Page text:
So after accidently getting off the plane in Mali on my way from Senegal to Egypt (I woke up from a nap, disoriented, and disembarked thinking we were in Addis Adiba for the transit), I finally arrived in Cairo in the early morning hours of December 15th.
My first impression of Egypt, which lasted for a full ten days or so, was very negative. There were no issues with professional pickpockets that I found so unsettling in Dakar, but there is definitely a class of unscrupulous Egyptians that shamelessly prey on tourists. Towards the end of my trip (as I will document shortly) Egypt really came to grow on me, but my initial activities checking off boxes in the tourist highlight reel left me with the foulest of thoughts about the country’s people.
My very first financial transaction in Egypt (after my cab ride from the airport) was to buy two metro tickets so I could get from Maadi to Tahrir Square. Maadi is a wealthy enclave in southern Cairo where my host for the trip, a State Department employee, was staying. I paid 10 Egyptian pounds (henceforth, simply “pounds”) got two tickets, and received 6 pounds in change. ‘Wow!’ I marveled to myself ‘each metro ride is only 30 cents!’ [One pound is approximately 15 cents]
Upon returning back to Maadi after seeing Egypt’s National Museum, I wondered aloud to my host, Preston, about how cheap the metro was. “Just two pounds!” I exclaimed. Preston just shook his head and laughed, explaining that it was actually just one pound for each ride, and that the ticketing employee recognized that I was a tourist and had taken the opportunity to pocket two pounds in the transaction.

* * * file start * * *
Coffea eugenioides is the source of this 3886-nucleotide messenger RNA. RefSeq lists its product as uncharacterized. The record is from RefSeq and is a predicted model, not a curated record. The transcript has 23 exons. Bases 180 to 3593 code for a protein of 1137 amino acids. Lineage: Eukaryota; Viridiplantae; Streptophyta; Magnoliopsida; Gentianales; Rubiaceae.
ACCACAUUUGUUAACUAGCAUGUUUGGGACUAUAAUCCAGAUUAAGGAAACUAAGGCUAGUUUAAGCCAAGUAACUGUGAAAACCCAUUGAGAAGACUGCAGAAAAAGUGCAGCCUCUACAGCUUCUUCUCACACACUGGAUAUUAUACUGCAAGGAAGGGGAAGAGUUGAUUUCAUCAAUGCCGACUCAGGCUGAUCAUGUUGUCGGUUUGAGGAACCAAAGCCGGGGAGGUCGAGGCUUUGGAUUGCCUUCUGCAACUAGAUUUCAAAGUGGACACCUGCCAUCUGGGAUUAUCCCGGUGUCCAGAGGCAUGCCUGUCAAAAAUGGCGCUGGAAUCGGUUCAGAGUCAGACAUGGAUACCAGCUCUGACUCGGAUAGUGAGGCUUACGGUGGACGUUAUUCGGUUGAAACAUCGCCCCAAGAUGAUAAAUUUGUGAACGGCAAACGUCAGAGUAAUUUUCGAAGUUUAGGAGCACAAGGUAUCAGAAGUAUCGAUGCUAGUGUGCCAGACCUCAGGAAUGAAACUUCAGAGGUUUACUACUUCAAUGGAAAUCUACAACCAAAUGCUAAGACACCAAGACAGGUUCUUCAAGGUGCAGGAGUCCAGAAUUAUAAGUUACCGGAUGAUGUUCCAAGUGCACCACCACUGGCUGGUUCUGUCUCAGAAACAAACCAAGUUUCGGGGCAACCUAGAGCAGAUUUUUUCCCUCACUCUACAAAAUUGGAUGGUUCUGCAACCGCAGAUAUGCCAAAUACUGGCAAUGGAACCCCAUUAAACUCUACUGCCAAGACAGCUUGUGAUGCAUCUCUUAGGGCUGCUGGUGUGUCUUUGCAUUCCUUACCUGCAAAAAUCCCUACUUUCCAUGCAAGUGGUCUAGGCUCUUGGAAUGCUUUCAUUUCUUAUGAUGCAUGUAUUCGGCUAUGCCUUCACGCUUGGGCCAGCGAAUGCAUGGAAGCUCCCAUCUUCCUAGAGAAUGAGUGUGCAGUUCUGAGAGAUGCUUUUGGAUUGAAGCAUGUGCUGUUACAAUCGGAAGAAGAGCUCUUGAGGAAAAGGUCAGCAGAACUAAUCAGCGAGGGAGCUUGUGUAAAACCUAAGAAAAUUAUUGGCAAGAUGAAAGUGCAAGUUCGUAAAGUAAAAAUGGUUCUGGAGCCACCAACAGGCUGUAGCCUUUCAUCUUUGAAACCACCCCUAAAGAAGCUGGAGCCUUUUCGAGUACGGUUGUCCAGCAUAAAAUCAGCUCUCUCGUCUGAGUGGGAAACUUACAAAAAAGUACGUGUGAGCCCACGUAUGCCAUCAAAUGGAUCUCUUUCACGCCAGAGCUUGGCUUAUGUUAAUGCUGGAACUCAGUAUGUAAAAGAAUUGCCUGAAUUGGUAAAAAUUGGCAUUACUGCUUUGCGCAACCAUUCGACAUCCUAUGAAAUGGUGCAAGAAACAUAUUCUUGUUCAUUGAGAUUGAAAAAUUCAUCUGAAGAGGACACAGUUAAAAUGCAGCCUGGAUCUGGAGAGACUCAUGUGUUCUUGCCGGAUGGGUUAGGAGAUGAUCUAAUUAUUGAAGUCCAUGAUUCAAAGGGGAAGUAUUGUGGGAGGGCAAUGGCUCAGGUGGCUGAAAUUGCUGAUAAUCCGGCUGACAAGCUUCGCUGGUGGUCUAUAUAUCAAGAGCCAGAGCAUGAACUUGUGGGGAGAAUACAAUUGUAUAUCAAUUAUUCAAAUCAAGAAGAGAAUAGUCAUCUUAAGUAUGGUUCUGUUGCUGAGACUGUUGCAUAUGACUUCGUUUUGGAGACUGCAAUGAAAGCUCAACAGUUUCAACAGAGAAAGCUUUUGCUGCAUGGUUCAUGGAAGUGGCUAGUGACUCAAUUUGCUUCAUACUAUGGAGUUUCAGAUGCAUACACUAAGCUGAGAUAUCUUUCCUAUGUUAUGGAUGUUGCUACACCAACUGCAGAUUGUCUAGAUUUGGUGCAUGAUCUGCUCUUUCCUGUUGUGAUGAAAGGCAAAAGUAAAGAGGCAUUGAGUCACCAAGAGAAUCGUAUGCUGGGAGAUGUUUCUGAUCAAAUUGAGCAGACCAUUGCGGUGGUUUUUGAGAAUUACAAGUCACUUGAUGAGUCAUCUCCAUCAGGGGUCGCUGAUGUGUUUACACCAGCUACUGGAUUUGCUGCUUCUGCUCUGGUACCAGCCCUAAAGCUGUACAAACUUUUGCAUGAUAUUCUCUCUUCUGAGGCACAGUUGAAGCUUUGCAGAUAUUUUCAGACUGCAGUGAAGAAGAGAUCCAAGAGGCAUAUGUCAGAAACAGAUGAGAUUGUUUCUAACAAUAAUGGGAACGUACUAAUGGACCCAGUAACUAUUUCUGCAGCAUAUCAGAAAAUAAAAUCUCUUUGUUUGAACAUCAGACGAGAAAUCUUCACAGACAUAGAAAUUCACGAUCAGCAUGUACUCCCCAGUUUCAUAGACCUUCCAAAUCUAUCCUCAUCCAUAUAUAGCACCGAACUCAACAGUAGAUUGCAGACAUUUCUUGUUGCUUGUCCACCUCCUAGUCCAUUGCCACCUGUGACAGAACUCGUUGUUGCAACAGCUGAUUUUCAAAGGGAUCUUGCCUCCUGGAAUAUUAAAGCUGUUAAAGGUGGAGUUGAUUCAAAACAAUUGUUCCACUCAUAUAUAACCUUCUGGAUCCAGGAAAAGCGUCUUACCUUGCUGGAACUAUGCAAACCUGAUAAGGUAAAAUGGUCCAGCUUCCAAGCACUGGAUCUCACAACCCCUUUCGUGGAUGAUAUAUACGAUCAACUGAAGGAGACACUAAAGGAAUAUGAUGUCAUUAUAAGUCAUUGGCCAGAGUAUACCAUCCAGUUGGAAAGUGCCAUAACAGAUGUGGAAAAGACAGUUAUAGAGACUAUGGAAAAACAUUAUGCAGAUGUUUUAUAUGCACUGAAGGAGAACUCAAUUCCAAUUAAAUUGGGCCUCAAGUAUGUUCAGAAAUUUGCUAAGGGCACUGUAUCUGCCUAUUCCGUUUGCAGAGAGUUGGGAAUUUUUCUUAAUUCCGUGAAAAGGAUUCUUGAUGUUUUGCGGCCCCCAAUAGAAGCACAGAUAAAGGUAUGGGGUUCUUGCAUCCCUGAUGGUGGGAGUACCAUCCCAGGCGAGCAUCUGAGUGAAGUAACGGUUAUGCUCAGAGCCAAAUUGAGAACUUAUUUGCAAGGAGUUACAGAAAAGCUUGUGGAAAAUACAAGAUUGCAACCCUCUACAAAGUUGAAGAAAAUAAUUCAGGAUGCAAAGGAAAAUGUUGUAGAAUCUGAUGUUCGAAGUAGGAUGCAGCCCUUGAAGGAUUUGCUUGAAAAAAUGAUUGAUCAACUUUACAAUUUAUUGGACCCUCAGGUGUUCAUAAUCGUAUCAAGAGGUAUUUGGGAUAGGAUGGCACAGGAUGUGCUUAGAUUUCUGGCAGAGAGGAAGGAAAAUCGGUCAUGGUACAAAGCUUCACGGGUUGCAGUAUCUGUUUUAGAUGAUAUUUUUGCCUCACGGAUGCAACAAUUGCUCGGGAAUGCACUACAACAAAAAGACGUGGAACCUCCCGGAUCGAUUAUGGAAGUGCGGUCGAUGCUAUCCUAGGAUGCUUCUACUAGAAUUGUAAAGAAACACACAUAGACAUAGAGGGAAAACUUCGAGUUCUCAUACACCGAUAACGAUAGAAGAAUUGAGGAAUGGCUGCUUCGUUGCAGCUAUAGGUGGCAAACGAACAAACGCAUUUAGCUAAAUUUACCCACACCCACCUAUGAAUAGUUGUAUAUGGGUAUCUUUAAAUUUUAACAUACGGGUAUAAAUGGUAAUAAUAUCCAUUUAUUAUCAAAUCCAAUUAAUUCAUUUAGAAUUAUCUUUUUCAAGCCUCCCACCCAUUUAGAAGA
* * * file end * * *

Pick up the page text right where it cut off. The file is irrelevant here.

As Preston explained to me, post-revolutionary Egypt was experiencing a period of “hyper-freedom”, where there is simply no legal recourse for bad behavior. This applies to regular Egyptians interacting with each other, and it especially applies to tourists. Let me go through a list of shenanigans I dealt with in Cairo, and then I’ll give a description of my trip down south (brief, I hope).
The minaret hustle:
If you walk around Islamic Cairo, you’re naturally going to want to step inside some of the city’s incredible masajid (mosques, as they are known in the West). The masjid doorman will probably offer you the opportunity to climb up to the building’s minaret, a tower that historically is for the muezzin, or ‘prayer caller’, to announce the five daily prayers for the Muslim faithful. Tragically, in my view, most of the Muslim world has chosen to replace the live recitation of the muezzin from the heights of the minaret with a crackly speaker system.
In any event, the minarets still stand, and in Egypt at least they afford the masjid caretaker the opportunity to make a couple of extra dollars a day from tourists. What they’ll do is suggest a donation for the masjid’s charity fund, to be placed in a locked box (which the caretaker probably has the key for). After you finish your ascent, they will request some bagsheesh, or tip. They will always shoot big, asking for around 60 pounds (10 dollars) for the collection, and 60 pounds for bagsheesh. They will gladly accept a mere dollar or two in both regards, if you make clear that you’re fully prepared to simply walk away.